Howlett: With one eye, Whammy Douglas saw more than most during eclectic baseball career

From Dylan Howlett at the Carrboro Commons on October 1, 2014:

He has seen much. More, perhaps, than most men who have the luxury of two good eyes. But he doesn’t have time to share all that he has seen. Not now, anyway.

Does he have something to share? Absolutely. He once made Willie Mays quake in a batter’s box. Once hightailed it from Cuba when Fidel Castro seized power. Dated an actress. Chauffeured a rickety busload of minor-league baseball players across North Carolina.

With a glass eye, no less.

Whammy Douglas isn’t reticent. He’s busy. His peripatetic life, nearing its 80th year in February, has settled, at last, within 136 miles of his hometown, Carrboro. In Richlands, N.C., he lives. But in nearby Jacksonville, N.C., he works. The Bear Trail Golf Club beckons for a bustling fall weekend.

Hence why he couldn’t speak, not yet, about pitching for the Pittsburgh Pirates in 1957, about becoming one of fewer than 10 players in MLB history to play with one eye, about Mays and Roberto Clemente, about bus rides governed by a bottomless hourglass. About all that he has seen — which he covered Tuesday afternoon in an expansive Q&A.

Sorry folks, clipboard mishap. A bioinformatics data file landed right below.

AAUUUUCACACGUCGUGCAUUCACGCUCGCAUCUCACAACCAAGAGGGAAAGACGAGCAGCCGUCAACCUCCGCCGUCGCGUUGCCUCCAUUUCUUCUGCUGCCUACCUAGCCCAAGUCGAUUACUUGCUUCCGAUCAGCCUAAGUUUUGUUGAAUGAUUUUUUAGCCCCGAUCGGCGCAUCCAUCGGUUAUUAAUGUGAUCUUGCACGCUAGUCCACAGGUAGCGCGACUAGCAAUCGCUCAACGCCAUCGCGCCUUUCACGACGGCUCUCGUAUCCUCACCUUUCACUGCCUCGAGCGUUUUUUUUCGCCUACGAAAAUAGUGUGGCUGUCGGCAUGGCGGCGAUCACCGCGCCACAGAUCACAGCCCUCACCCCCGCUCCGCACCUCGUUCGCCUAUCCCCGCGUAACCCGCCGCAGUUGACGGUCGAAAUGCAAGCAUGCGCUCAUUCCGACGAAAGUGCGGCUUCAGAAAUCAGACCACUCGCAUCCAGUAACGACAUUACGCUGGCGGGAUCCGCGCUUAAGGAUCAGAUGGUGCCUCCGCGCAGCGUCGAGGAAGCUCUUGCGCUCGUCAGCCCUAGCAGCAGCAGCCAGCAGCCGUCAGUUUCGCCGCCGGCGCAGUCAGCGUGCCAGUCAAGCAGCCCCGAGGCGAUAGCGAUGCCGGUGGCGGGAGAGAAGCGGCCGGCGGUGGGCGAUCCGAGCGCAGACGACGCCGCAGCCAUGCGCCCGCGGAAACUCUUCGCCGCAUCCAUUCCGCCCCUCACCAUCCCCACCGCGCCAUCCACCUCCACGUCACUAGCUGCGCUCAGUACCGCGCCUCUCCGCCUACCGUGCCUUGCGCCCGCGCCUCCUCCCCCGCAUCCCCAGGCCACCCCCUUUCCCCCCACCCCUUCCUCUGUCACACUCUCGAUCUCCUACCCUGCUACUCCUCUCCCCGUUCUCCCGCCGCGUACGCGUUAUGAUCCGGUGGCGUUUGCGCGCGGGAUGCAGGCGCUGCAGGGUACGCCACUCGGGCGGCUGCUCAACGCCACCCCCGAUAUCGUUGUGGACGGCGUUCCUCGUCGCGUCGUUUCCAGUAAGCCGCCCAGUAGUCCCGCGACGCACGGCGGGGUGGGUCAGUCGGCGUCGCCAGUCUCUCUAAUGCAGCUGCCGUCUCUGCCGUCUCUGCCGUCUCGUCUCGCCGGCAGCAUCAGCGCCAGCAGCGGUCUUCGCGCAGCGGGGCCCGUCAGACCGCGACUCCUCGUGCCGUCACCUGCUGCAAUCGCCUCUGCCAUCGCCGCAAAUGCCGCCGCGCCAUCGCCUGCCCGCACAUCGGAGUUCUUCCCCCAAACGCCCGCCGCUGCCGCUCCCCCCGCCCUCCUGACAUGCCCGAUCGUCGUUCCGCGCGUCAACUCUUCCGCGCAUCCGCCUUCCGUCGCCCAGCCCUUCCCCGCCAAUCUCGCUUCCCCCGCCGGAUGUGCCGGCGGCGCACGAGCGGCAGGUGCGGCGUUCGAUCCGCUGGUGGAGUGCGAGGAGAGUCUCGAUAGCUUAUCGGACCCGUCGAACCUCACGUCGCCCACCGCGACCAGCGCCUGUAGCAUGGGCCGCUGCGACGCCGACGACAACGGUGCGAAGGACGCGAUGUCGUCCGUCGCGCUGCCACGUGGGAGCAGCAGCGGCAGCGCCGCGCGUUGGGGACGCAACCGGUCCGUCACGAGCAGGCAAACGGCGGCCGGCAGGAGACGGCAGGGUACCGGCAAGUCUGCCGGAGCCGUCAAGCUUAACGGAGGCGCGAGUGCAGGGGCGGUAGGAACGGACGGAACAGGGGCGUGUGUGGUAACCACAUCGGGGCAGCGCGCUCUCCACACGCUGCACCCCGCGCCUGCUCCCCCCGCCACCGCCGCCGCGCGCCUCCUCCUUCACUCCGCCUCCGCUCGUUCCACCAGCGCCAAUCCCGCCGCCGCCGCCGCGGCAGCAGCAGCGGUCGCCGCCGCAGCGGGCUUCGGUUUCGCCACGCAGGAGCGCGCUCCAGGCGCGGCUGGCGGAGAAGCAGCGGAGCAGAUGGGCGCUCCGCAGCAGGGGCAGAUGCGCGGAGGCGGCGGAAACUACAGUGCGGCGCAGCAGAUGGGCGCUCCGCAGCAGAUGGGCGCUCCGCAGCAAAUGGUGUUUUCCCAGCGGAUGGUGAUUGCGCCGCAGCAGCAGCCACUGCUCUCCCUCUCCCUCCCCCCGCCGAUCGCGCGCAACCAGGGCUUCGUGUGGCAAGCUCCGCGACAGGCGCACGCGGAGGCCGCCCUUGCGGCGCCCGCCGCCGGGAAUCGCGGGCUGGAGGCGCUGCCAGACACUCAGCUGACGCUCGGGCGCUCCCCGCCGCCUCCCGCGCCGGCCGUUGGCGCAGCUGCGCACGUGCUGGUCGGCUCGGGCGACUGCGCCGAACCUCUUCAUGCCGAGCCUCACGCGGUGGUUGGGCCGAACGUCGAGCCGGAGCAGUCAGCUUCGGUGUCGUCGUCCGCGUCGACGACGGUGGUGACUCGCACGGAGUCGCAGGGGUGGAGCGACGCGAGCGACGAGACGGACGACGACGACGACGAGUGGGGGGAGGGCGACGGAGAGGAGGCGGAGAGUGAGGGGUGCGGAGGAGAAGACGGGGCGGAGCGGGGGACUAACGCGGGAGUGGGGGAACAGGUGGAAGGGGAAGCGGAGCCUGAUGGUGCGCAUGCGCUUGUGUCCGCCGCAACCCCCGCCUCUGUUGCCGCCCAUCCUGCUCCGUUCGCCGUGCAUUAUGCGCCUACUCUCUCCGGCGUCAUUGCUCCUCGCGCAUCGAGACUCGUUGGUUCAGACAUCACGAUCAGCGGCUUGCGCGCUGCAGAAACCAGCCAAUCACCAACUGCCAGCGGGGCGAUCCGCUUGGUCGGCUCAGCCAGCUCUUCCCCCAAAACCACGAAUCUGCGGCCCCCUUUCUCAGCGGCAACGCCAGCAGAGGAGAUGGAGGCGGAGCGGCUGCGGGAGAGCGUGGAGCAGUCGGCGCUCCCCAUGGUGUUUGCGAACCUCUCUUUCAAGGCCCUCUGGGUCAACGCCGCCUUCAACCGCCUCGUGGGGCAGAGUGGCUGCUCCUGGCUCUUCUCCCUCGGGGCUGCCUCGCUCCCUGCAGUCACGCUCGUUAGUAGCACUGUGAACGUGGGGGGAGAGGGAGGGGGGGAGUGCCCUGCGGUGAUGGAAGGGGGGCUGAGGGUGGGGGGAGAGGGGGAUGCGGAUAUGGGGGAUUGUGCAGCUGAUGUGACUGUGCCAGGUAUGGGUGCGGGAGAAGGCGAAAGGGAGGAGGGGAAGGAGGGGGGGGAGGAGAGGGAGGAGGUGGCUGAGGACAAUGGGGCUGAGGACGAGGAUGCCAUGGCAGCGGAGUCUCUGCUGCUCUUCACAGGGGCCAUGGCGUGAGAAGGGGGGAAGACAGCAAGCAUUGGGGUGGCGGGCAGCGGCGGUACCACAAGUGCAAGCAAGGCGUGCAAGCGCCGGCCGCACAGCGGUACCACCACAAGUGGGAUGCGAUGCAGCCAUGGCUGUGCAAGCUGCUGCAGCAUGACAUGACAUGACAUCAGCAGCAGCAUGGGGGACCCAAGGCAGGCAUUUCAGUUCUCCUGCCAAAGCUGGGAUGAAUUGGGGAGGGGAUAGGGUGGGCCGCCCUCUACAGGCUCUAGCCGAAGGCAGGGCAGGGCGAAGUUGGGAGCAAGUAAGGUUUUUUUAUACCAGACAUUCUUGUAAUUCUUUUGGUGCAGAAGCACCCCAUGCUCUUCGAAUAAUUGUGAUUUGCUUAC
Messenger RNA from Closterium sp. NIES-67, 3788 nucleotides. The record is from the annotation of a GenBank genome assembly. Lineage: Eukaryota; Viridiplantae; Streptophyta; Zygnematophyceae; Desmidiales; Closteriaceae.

“It’s not a hard job by any means,” Douglas says Friday by phone as he prepares for his weekend of work. He’s more than conversant with golf, having been a scratch golfer — good enough to play professionally — and a salesman for Dunlop after his baseball career ended.

“It’s easy for an old man.”

And so the coda to the life of Charles William Douglas will take place on a golf course. He says he wants it that way, some tranquility after 79 years of here, there and everywhere.

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Originally published: October 17, 2014. Last Updated: October 17, 2014.